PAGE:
Year of Publication

2009

Degree Name

Doctor of Philosophy (PhD)

Document Type

Dissertation

College

Agriculture

Department

Veterinary Science

First Advisor

Dr. Thomas M. Chambers

Abstract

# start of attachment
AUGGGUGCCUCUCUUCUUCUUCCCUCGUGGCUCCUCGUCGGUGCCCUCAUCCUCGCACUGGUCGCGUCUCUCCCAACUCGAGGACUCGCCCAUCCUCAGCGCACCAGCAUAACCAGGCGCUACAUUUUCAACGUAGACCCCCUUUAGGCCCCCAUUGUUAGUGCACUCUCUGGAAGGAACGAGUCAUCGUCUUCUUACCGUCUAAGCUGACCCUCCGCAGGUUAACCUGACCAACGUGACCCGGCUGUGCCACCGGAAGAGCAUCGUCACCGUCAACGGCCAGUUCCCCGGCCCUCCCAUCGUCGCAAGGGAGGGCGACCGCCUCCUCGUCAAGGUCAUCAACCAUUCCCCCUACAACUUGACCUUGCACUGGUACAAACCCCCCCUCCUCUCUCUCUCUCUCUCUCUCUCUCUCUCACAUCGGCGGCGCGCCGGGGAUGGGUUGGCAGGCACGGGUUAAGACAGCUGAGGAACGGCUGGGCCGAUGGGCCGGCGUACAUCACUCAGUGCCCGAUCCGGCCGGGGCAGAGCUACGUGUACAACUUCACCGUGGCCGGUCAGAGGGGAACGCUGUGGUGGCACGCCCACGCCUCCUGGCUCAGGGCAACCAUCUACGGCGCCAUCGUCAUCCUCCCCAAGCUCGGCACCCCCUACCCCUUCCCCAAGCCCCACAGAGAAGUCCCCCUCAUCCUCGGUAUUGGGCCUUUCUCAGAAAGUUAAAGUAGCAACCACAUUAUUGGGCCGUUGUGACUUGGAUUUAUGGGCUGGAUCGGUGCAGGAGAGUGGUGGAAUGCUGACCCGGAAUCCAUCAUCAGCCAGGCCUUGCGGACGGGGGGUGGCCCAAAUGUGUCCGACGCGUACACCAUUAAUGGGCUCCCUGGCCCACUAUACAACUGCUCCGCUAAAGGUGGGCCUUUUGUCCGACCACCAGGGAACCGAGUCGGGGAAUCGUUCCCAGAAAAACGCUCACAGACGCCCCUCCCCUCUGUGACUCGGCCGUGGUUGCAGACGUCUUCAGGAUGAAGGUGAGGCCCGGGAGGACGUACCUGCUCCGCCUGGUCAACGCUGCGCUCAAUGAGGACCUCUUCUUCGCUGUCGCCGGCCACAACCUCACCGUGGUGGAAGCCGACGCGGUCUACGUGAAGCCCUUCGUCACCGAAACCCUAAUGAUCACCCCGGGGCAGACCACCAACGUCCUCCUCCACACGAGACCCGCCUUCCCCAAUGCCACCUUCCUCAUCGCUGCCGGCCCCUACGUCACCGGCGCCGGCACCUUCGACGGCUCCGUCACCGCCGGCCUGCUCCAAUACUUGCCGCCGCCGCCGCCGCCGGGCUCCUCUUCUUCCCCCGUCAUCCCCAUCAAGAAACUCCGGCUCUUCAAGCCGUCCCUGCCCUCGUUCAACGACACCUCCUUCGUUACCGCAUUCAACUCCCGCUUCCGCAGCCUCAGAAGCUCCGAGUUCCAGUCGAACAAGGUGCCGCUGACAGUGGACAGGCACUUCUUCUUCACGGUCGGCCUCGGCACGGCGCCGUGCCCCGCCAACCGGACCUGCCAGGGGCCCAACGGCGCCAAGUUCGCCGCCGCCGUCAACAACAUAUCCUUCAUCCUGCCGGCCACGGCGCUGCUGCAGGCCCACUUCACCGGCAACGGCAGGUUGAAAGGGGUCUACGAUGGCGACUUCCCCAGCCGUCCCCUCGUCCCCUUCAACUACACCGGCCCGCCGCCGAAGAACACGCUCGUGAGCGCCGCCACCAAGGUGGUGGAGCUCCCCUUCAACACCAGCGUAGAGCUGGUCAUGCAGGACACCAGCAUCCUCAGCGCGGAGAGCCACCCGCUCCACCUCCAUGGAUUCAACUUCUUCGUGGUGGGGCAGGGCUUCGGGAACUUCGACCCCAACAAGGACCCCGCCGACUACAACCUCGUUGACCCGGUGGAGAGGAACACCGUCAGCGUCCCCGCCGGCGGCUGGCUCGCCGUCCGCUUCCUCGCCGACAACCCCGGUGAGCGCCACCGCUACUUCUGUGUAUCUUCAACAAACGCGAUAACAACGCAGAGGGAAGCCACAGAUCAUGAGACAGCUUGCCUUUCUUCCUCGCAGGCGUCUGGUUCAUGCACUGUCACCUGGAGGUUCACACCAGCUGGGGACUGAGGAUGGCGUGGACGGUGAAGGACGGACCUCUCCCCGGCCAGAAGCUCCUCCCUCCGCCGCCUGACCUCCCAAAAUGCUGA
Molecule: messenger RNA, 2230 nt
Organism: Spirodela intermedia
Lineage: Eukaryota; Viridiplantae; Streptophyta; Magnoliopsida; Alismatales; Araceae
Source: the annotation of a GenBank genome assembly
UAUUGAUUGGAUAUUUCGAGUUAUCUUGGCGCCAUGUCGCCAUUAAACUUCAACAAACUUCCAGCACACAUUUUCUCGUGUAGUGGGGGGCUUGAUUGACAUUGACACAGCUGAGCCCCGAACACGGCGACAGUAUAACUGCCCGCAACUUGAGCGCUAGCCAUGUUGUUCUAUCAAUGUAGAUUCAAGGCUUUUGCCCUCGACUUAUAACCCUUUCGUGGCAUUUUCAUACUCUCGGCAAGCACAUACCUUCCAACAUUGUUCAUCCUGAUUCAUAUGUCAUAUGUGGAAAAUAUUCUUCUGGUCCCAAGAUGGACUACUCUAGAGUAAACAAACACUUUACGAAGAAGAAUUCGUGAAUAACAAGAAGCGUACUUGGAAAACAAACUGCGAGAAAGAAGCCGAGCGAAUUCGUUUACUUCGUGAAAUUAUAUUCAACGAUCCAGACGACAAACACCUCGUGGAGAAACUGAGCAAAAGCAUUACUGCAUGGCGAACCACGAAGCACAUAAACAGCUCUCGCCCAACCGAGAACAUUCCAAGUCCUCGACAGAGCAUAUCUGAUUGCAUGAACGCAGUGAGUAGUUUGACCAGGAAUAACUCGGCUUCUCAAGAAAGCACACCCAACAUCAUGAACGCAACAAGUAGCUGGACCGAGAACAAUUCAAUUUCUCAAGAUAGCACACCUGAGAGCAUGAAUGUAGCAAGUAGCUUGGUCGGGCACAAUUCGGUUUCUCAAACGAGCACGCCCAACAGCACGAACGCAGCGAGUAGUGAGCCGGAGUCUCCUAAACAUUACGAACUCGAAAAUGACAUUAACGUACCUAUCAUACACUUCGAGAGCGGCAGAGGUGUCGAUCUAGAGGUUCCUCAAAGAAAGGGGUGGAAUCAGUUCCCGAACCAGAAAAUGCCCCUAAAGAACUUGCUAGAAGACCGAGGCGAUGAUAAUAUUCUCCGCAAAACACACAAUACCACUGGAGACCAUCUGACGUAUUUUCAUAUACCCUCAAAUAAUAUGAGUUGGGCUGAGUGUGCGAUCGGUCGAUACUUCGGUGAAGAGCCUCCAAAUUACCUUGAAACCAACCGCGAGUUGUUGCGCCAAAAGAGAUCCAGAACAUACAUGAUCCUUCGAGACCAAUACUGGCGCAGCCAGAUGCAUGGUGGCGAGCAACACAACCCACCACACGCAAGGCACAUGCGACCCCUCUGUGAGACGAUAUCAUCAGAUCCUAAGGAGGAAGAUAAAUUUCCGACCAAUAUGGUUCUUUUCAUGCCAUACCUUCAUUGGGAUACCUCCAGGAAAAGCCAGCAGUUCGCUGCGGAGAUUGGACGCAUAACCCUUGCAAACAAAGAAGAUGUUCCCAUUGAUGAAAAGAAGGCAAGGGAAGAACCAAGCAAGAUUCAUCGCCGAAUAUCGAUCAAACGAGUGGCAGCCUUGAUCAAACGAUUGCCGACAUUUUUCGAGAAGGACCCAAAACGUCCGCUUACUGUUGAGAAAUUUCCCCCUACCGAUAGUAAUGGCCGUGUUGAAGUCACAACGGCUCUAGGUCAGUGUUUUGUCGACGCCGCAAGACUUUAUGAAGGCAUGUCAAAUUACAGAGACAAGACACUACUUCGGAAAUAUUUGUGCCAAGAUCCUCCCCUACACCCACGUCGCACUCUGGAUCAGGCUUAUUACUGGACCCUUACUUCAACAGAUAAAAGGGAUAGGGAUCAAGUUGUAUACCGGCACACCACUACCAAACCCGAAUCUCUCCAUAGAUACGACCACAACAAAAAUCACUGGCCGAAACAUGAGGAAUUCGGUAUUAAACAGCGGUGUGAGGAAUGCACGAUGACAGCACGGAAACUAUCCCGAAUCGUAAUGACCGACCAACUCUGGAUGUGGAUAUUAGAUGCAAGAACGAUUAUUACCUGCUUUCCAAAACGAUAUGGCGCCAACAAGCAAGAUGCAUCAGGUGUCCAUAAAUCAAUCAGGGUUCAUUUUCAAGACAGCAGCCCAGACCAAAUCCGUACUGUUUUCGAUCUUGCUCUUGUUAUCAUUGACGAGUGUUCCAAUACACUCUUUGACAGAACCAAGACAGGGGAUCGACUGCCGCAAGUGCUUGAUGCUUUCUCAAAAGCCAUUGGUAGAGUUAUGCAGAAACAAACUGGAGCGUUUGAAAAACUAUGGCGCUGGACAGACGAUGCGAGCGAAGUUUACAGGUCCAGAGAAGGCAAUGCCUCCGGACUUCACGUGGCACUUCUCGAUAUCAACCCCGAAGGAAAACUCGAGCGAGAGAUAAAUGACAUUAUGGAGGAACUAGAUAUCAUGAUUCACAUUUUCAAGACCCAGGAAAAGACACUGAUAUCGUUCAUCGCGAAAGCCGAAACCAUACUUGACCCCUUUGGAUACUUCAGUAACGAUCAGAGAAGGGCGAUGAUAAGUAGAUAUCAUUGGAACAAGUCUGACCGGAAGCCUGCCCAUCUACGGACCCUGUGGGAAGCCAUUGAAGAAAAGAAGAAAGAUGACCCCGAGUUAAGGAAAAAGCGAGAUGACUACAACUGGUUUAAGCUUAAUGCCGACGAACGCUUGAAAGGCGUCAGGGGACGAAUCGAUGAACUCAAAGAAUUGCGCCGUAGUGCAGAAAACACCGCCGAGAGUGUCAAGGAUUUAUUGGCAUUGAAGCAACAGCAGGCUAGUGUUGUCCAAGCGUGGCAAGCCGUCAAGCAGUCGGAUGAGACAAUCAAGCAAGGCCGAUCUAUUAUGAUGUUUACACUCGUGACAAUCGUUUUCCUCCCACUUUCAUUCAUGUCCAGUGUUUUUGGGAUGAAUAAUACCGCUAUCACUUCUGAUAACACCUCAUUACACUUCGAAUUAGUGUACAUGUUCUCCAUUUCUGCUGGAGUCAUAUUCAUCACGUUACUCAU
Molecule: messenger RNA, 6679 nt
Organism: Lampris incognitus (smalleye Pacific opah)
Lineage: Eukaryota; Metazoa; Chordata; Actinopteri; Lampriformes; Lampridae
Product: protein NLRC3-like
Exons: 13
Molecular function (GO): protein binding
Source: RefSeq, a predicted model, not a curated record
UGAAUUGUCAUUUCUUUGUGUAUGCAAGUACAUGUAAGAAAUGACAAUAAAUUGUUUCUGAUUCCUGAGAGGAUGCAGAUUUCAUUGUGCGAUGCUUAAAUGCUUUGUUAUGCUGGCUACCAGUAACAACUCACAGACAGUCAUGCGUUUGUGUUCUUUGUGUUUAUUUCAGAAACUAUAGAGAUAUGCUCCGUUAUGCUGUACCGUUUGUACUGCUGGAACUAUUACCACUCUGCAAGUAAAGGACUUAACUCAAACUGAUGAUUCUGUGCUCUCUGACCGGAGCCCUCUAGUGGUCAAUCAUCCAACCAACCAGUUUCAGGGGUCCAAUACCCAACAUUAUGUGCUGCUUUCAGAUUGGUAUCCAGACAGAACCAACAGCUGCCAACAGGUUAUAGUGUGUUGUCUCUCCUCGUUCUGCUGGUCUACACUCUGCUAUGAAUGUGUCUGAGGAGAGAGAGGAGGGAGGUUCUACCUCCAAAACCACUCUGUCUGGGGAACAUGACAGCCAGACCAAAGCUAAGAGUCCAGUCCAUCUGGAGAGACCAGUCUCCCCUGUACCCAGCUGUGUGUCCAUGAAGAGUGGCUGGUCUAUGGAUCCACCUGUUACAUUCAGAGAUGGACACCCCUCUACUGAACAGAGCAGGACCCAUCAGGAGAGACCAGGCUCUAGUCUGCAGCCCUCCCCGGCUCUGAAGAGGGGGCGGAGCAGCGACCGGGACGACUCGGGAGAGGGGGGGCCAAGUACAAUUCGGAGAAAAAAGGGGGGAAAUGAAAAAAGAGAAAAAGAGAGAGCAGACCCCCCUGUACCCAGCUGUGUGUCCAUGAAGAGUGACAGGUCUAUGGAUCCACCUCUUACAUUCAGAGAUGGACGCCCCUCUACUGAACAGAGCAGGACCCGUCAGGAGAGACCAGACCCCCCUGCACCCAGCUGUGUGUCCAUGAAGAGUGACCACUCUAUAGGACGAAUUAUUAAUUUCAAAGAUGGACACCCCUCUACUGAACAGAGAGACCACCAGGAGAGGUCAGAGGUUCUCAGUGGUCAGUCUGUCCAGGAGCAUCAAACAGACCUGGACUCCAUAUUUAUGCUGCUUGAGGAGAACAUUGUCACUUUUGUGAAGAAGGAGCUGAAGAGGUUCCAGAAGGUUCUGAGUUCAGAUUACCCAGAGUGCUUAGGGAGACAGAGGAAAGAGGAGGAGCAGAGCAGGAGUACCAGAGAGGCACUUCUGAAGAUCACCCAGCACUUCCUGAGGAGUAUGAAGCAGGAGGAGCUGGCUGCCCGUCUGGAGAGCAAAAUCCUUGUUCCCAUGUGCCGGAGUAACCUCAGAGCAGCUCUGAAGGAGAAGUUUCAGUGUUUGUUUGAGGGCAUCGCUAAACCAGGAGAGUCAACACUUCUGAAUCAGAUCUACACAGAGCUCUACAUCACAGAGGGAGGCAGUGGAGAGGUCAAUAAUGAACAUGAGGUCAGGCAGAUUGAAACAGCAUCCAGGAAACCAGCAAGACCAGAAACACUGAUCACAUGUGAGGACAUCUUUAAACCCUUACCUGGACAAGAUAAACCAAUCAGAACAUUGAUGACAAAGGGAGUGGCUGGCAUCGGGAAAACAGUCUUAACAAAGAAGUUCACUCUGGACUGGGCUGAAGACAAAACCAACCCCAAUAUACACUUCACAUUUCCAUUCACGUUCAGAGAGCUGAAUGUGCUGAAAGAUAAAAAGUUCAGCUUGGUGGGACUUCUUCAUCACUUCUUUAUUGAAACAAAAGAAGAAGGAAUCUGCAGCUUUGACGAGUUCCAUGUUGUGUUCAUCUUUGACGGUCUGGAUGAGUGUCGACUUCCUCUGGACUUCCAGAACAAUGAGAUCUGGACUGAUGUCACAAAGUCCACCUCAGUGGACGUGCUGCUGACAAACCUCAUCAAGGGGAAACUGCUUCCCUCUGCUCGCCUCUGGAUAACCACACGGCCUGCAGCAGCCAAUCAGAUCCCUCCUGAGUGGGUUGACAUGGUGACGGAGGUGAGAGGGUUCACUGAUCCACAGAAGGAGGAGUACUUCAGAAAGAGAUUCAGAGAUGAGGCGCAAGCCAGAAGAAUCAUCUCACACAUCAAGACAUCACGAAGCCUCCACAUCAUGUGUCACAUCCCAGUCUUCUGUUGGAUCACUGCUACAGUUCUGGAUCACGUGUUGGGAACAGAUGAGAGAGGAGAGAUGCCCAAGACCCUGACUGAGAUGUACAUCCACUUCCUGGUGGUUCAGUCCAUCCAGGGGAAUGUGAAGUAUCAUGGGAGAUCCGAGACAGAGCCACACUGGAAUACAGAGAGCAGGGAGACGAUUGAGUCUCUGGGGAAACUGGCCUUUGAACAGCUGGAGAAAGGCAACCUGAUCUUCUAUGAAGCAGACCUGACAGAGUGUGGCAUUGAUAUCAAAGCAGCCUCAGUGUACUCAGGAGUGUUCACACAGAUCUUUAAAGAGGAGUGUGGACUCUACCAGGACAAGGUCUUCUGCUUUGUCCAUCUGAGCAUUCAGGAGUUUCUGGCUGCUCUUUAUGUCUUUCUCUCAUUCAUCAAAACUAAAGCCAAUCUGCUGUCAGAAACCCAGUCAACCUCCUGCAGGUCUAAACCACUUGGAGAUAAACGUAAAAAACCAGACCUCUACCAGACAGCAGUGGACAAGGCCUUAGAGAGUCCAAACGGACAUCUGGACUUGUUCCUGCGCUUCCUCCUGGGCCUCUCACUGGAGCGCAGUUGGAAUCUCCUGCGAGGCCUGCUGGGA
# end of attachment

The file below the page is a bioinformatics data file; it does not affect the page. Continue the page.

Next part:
Dendritic cells (DC) are a heterogeneous population of hematopoietic cells that play a versatile role in orchestrating immune responses against an array of invading pathogens, including influenza virus. These cells reside in lymphoid organs as well as in non-lymphoid tissues such as mucosal surfaces of respiratory and gastro-intestinal system. Recent investigations have suggested that in the steady state, dendritic cells are derived mainly from bone marrow precursor cells without a monocytic intermediate whereas during inflammation or infection, monocytes readily differentiate to generate monocyte derived dendritic cells (MoDC). The ability of virus infected monocytes to differentiate into MoDC was investigated and the results demonstrated that in vitro infection of monocytes with influenza virus impaired their development into MoDC. It was also observed that influenza infection of monocytes, pre-treated with GM-CSF and IL-4 for DC differentiation, was minimally-productive and non-cytopathic. In spite of successful viral genome transcription, viral protein synthesis was restricted at an early stage. However, despite of the limited replication, influenza virus infected monocytes failed to develop the distinctive DC- like morphology when cultured with GM-CSF and IL- 4 as compared to their mock infected counterparts. Infected cells, after 4 days in culture, expressed reduced amounts of CD11c, CD172a (myeloid marker), CD1w2 (CD1b) and CCR5. Influenza virus infected monocytes also retained substantial non-specific esterase activity, a characteristic for monocytes and macrophages. Antigen presentation capability of infected cells was also affected as indicated by decreased endocytosis. Production of IL-12, a pro-inflammatory cytokine and IL-10, a reciprocal inhibitory cytokine, was coordinately modified in influenza virus infected monocytes in order to arrest their differentiation into DCs. At least limited viral replication was necessary to impede the differentiation process completely. However, viral NS1 protein activity, as evidenced with a mutant influenza virus, was not essential for this inhibition. This identified a new strategy by influenza virus to interfere with DC differentiation and evade a virus specific immune response.

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